- As with any companion animal, properly caring for a rabbit requires a pet parent’s daily commitment, time and attention; PETCO recommends that an adult be the primary caretaker for rabbits.

To learn more about PETCO or the PETCO Foundation, visit PETCO.com. For the latest news on anything and everything PETCO - including a video about this news announcement, visit the company’s blog at PETCOnews.com.

Take them Ho-Ho-Home for the Holidays!

November 27, 2008

Take them Ho Ho Home for the Holidays!Tis the season to flex our adoption muscle and save the lives of millions of pets!  

While it wasn’t too long ago that holiday adoptions were considered verboten, nowadays shelters that shut down adoptions for the holiday are few and far between.  The overblown fear that holiday adoptions equal impulse gifts that will be given up soon after the holiday decorations are taken down has been replaced by the knowledge that the risk of an animal dying in a shelter is far greater (and far worse) than being returned to the shelter in a few weeks.

Rather than reading endless stories of the “dangers” of bringing pets home for the holidays, the world is now filled with news stories of holiday adoption promotions, reduced fees to encourage lifesaving and support for new adopters rather than harsh criticism.  

Likewise the myth of holiday stress being unbearable for pets and therefore a reason not to adopt (and let them die?) is shattered as well.  What could be more stressful than being a social creature alone in a cage with the potential of real-actual death hanging over your head?  Surely not sparkly lights on a Christmas tree.  That’s right.  People have actually tried to argue in the past that sparkly tree lights were more stressful than being in a cage in a shelter or worse, the stress of being killed.  Go figure.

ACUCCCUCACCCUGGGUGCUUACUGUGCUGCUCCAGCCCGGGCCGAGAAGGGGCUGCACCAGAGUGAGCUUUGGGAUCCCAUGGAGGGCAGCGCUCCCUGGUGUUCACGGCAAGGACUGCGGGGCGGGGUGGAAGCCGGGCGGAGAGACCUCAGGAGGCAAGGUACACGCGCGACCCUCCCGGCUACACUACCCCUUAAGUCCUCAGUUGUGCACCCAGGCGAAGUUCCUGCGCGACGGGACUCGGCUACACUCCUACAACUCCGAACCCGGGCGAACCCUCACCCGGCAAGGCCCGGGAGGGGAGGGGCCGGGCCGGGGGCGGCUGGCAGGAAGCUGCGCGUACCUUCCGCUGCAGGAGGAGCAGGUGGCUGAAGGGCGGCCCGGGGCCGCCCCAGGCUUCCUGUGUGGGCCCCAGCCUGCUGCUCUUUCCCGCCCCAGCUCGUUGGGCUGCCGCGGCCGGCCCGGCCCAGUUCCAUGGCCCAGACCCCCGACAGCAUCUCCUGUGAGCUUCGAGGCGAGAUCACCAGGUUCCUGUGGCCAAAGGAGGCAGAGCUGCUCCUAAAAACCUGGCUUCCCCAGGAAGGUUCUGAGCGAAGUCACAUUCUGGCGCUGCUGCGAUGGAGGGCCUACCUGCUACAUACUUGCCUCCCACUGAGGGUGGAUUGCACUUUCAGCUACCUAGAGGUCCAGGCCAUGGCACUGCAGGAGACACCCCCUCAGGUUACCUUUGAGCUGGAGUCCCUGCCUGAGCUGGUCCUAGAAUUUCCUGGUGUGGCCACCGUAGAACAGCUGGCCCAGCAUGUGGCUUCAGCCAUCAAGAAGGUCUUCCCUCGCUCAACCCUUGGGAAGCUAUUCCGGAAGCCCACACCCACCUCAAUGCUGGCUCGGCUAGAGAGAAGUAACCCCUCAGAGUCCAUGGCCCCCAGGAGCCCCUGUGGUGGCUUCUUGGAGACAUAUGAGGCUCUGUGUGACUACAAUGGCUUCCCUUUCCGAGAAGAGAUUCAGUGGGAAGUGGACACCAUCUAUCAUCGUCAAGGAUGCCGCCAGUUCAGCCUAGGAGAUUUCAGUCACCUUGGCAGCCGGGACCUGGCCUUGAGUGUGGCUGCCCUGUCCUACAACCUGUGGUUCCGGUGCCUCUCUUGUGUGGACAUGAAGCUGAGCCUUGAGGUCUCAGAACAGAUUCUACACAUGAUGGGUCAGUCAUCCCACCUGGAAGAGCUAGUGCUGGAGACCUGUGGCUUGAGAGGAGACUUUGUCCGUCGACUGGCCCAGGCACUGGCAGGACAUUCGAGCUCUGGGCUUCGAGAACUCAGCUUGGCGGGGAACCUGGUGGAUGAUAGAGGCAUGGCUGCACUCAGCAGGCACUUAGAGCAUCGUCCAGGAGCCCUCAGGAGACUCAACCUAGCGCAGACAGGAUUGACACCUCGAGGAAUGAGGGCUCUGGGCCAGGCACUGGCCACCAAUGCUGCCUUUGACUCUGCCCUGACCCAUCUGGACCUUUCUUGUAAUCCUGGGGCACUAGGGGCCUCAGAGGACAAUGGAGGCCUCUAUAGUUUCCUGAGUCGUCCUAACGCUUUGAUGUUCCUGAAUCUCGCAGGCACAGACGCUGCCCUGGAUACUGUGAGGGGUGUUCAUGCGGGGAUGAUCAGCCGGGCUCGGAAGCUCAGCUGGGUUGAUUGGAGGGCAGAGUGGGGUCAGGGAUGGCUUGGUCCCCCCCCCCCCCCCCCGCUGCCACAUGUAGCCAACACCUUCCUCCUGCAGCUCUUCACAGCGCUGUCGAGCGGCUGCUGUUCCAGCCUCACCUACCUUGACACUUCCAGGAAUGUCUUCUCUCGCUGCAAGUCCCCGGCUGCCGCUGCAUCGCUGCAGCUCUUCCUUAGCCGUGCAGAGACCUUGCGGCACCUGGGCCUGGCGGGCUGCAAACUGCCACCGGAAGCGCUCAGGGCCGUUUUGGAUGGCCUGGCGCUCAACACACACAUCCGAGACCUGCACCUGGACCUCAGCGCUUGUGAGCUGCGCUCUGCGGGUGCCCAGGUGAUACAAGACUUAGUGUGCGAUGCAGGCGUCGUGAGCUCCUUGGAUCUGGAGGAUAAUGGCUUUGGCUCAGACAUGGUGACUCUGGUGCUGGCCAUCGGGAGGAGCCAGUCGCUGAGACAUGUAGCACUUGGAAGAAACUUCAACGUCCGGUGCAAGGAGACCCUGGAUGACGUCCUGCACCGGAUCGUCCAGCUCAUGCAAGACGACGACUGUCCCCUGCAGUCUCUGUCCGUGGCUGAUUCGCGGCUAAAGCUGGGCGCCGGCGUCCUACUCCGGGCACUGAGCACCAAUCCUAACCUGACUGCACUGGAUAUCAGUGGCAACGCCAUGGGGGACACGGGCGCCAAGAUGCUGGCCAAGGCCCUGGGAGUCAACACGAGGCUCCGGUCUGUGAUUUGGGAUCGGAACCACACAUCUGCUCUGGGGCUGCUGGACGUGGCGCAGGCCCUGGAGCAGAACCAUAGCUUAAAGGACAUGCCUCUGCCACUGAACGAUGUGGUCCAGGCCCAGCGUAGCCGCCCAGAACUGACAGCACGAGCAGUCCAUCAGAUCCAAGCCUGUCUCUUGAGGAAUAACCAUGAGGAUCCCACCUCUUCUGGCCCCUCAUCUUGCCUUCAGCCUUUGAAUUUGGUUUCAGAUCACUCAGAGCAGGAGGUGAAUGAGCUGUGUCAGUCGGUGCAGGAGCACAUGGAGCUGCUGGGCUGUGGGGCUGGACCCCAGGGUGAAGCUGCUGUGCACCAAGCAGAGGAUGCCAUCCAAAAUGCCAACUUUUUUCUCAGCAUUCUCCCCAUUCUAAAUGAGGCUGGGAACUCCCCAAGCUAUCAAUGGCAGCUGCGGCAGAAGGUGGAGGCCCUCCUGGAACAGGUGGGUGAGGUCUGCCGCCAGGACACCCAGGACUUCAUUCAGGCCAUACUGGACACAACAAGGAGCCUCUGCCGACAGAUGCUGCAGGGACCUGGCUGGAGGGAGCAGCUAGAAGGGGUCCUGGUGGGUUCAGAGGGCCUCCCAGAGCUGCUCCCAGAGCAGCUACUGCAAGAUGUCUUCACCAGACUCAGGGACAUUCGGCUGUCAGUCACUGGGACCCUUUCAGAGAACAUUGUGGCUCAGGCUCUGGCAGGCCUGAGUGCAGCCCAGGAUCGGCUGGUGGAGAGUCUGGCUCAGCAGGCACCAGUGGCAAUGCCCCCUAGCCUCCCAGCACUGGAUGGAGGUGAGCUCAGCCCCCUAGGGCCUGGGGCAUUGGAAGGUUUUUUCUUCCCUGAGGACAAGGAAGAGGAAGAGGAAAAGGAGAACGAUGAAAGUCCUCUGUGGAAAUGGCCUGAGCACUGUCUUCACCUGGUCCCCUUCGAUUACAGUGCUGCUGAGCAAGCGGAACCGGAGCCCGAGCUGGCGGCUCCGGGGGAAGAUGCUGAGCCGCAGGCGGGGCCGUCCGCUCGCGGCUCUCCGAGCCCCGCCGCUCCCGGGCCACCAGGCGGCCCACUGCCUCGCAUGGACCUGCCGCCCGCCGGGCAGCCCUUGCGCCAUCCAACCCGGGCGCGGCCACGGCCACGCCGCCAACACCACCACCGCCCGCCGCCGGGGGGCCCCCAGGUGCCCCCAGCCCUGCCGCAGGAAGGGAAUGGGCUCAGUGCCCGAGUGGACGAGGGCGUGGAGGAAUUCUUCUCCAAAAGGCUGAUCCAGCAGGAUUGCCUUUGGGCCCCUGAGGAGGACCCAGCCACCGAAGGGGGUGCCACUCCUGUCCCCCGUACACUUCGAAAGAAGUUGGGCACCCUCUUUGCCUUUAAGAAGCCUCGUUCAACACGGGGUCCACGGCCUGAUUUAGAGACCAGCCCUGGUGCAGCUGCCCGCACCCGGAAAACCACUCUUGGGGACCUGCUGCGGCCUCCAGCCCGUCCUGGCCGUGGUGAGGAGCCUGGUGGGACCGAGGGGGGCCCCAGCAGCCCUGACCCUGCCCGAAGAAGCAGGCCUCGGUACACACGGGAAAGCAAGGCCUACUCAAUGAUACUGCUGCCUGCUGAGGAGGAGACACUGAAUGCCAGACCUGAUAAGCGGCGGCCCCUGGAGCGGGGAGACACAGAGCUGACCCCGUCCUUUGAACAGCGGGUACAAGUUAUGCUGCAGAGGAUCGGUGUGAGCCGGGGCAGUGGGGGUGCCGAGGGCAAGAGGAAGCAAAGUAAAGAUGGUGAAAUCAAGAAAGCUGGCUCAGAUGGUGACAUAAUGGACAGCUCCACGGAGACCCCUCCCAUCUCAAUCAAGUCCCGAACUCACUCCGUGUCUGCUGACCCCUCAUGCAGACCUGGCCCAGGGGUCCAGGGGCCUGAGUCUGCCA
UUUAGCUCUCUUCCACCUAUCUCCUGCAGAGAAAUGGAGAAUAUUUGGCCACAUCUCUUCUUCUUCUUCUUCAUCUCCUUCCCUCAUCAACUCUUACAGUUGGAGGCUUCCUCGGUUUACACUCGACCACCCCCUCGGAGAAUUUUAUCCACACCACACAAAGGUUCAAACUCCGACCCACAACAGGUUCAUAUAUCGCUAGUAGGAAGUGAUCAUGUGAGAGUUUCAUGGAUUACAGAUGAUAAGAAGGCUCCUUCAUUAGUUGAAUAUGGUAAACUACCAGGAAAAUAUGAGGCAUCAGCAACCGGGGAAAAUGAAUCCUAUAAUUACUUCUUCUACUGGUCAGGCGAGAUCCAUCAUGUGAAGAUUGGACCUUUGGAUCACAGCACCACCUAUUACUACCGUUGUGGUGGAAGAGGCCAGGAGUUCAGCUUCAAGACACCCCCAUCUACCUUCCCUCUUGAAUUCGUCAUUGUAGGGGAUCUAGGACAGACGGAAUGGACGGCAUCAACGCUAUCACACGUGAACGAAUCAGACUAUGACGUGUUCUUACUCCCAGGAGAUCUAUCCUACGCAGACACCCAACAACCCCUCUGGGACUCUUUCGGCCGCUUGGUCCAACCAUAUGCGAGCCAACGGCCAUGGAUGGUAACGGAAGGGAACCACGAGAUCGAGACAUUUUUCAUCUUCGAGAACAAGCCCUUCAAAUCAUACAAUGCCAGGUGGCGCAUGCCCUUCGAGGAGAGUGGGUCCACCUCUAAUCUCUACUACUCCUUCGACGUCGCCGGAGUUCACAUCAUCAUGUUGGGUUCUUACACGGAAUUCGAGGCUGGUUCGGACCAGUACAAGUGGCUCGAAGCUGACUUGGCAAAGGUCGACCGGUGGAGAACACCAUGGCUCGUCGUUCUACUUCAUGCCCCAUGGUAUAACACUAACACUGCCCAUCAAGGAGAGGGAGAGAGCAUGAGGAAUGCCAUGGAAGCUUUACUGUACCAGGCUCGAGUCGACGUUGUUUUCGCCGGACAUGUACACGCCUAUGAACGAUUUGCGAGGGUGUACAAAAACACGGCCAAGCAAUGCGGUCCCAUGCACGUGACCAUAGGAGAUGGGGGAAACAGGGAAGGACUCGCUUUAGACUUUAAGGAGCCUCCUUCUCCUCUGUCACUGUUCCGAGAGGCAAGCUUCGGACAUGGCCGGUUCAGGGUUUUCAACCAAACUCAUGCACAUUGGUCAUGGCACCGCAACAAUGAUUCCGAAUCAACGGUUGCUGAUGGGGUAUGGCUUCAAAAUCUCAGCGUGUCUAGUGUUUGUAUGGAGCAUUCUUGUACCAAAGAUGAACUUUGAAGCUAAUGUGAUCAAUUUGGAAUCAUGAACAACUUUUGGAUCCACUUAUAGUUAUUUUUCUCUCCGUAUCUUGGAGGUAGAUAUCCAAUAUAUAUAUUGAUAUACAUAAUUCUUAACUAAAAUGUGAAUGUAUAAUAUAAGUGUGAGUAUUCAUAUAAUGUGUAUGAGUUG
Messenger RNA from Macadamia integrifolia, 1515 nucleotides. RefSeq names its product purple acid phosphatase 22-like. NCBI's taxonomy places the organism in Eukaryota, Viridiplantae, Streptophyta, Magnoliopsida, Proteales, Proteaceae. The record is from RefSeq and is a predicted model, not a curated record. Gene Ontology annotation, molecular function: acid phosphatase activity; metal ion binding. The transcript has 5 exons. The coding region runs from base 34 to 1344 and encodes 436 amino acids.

As Nathan Winograd recently wrote on the No Kill Blog:

“A kitten or puppy under the tree in December would end up in the shelter in January” was the dogma of the times and many shelters across the country actually refused to adopt out animals during this time of year. Taken to its logical conclusion, the argument is nothing more than “shelters should not do holiday adoptions because the animals may end up back at the shelter.” This, the thinking goes, is bad because shelters are bad places where animals are killed. The problem should be immediately obvious: the animals are already in the shelter! Stopping adoptions which would get them out of the shelter because they might end up back in it was bad enough. But not adopting them out ensures that the harm they claim to fear is all but assured—the animals will be killed, exacerbating shelter death rates.

So what is going on this year?  How about the Mayor’s Alliance for Animals in New York City promoting holiday pet adoptions as “A Gift That Keeps on Giving”. And rather than placating the diehard, old-school animal welfare advocates who still feel a cringe of pain when holiday adoptions are mentioned the Alliance’s press release boldly proclaims the lifesaving goals that they hope to achieve as a united group:

“By combining the dedication and passion of the remarkable shelters, rescue groups and volunteers that comprise the Mayor’s Alliance with the inspiring and successful Iams Home 4 the Holidays program, we hope that more New Yorkers will open their hearts and homes to a new furry family member, bringing joy this holiday season and for years to come,” said Jane Hoffman, president of the Mayor’s Alliance for NYC’s Animals.

Go Jane!

Our own holiday adoption promotion “Take them Ho-Ho-Home for the Holidays” kicks off with the start of the international Home 4 the Holidays program and is highlighted after Thanksgiving with our Black Friday Adoption Event where any animal with black hair - even just one - qualifies for discounted pricing.  People who adopt all black (or mostly black) cats get a special gift pack and the event lasts for around ten days.  

Other shelters are staying open later than usual to make adoption easier, offering free or reduced adoption prices, special bonus gifts with adoptions, appearances by Santa Claus and more.  

In his recent blog on holiday adoptions, Nathan wrote about a holiday adoption idea that … actually brought tears to my eyes and I hope it brings you the same sense of hope and joy:

During my own tenure as a shelter director, not only was our agency at the local mall every day during the month of December adopting out animals, we had Santa Claus personally deliver the new pet to the home. One of our volunteer Santa Clauses sent me this e-mail on his first encounter: